Jach's personal blog

(Largely containing a mind-dump to myselves: past, present, and future)
Current favorite quote: "Supposedly smart people are weirdly ignorant of Bayes' Rule." William B Vogt, 2010

Nosce te ipsum

Know thyself. I don't think any greater piece of wisdom was ever uttered. (And yes, I know the original is in Greek not Latin.)

In its naive form, it means to simply be more introspective and keep track of how you change as the years go by. Acknowledge when you are wrong and when you are right, know how you would react under various conditions, learn to predict yourself.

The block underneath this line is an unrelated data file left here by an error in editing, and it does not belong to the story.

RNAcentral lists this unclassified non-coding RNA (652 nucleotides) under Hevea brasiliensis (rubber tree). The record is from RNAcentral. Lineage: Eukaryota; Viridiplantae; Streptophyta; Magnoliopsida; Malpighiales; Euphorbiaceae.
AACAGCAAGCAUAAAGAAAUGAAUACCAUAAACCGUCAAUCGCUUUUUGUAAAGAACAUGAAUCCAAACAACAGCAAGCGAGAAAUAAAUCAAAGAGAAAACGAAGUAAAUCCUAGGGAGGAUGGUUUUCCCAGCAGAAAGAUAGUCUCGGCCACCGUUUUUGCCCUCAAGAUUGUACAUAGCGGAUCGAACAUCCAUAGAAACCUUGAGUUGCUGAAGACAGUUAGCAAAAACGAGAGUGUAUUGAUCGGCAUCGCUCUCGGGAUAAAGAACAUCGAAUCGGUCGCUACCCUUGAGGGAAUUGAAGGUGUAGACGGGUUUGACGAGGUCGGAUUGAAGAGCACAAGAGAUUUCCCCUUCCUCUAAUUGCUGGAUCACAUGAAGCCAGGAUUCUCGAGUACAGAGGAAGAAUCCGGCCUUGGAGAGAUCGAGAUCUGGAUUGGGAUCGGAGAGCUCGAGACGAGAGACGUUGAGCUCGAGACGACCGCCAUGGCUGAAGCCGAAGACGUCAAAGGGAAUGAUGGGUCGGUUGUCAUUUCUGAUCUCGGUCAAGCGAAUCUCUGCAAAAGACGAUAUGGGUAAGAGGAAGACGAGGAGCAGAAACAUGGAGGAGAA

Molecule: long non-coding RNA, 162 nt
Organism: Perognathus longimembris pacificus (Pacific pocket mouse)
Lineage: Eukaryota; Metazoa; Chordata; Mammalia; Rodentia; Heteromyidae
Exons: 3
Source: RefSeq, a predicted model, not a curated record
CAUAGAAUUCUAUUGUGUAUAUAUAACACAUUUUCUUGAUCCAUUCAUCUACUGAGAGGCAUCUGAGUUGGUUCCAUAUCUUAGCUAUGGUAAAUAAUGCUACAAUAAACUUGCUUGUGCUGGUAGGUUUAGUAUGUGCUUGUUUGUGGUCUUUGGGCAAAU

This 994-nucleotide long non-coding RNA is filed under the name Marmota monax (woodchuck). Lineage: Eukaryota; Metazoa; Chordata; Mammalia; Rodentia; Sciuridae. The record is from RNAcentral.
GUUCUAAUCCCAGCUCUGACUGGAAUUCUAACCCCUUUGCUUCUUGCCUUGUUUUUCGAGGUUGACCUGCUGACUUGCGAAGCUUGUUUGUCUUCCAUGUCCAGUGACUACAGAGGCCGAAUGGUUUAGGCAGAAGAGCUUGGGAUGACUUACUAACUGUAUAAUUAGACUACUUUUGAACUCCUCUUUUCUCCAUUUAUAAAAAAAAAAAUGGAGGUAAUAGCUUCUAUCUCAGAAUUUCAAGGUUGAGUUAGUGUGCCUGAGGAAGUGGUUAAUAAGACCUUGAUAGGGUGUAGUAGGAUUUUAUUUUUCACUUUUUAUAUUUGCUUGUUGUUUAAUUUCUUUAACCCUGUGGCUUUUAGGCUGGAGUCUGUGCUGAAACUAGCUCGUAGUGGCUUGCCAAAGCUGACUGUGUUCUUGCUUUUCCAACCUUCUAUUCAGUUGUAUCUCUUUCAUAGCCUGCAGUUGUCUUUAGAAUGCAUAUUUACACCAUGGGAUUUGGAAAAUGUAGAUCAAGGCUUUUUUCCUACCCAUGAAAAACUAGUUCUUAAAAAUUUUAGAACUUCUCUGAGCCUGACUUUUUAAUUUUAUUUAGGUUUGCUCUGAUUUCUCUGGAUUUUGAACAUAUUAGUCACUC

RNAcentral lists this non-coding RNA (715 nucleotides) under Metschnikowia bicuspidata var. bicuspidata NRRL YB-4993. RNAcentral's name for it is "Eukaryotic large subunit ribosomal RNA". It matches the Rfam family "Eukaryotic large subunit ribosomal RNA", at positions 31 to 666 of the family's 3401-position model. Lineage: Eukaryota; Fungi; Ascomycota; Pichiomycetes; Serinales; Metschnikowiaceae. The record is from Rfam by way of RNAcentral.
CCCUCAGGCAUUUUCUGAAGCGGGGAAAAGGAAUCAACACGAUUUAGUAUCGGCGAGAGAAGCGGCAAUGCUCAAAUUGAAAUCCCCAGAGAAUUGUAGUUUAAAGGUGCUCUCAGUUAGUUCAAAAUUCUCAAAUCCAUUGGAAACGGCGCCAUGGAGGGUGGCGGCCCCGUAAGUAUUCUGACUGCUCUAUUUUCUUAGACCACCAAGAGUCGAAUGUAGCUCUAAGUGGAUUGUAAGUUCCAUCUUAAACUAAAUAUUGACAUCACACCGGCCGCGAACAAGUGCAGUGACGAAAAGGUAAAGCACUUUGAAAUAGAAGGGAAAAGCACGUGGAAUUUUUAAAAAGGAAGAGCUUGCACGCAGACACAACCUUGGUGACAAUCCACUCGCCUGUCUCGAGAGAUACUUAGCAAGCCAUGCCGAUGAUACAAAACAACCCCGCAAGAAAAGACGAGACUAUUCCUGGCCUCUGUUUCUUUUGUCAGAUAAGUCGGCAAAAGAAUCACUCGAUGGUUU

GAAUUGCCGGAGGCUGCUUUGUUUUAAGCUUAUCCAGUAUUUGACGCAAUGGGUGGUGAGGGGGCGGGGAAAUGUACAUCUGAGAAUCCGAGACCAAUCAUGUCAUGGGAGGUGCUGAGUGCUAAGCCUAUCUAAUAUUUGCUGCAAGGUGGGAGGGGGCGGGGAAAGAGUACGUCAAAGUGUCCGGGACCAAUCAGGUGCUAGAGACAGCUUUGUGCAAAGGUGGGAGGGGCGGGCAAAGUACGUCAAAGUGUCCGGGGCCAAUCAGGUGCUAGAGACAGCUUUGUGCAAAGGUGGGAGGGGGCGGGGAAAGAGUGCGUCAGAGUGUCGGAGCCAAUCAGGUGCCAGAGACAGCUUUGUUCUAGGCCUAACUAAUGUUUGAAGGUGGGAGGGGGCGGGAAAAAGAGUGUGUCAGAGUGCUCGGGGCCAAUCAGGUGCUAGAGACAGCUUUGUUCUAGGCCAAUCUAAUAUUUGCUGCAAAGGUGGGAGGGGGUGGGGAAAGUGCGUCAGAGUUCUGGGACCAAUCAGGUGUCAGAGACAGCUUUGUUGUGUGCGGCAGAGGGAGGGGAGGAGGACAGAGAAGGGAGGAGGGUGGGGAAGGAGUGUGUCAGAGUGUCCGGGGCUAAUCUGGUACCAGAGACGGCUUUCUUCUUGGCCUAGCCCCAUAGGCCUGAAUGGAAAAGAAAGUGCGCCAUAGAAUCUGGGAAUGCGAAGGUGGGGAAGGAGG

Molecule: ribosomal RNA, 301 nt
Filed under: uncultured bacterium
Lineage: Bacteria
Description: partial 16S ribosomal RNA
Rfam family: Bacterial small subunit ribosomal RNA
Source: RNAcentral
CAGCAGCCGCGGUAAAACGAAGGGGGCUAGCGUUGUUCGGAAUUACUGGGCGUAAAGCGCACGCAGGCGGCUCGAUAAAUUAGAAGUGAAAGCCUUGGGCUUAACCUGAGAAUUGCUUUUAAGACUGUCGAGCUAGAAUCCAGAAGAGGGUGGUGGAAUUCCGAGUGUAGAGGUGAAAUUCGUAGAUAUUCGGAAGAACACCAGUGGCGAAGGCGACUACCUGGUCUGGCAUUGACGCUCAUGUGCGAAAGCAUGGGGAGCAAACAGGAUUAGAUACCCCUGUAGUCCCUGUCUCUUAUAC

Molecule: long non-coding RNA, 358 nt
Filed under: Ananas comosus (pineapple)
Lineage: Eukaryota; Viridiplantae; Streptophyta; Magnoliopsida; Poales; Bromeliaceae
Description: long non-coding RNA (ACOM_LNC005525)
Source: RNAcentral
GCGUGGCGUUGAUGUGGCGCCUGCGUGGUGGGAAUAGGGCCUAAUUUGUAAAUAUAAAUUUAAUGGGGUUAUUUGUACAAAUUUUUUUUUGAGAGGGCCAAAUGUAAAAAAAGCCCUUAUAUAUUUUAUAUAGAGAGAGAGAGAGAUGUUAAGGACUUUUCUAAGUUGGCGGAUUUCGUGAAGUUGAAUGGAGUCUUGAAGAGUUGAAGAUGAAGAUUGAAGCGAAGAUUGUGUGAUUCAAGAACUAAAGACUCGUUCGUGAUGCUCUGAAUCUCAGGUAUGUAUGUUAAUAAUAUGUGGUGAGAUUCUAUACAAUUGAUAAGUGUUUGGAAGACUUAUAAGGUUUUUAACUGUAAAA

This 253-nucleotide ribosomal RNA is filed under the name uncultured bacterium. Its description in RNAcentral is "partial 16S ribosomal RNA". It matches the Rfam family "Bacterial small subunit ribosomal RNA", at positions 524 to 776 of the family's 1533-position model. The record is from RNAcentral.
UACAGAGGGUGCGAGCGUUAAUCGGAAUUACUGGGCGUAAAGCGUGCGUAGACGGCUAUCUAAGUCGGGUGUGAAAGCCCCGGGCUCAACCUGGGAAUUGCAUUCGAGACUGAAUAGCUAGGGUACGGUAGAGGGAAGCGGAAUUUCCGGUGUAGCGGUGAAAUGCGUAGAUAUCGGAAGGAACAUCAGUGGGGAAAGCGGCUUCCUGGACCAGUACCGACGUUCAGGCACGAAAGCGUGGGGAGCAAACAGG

There is a more profound depth to this, though. Start writing all the things you know about yourself, and you'll sooner or later come upon the phrase "I am a human." Note the phrase is "Know thyself", not simply "Know stuff about thyself", and what better way to know yourself than to know how "you" think? How "you" function? And since you are human, you have other humans to study as well. Not just yourself.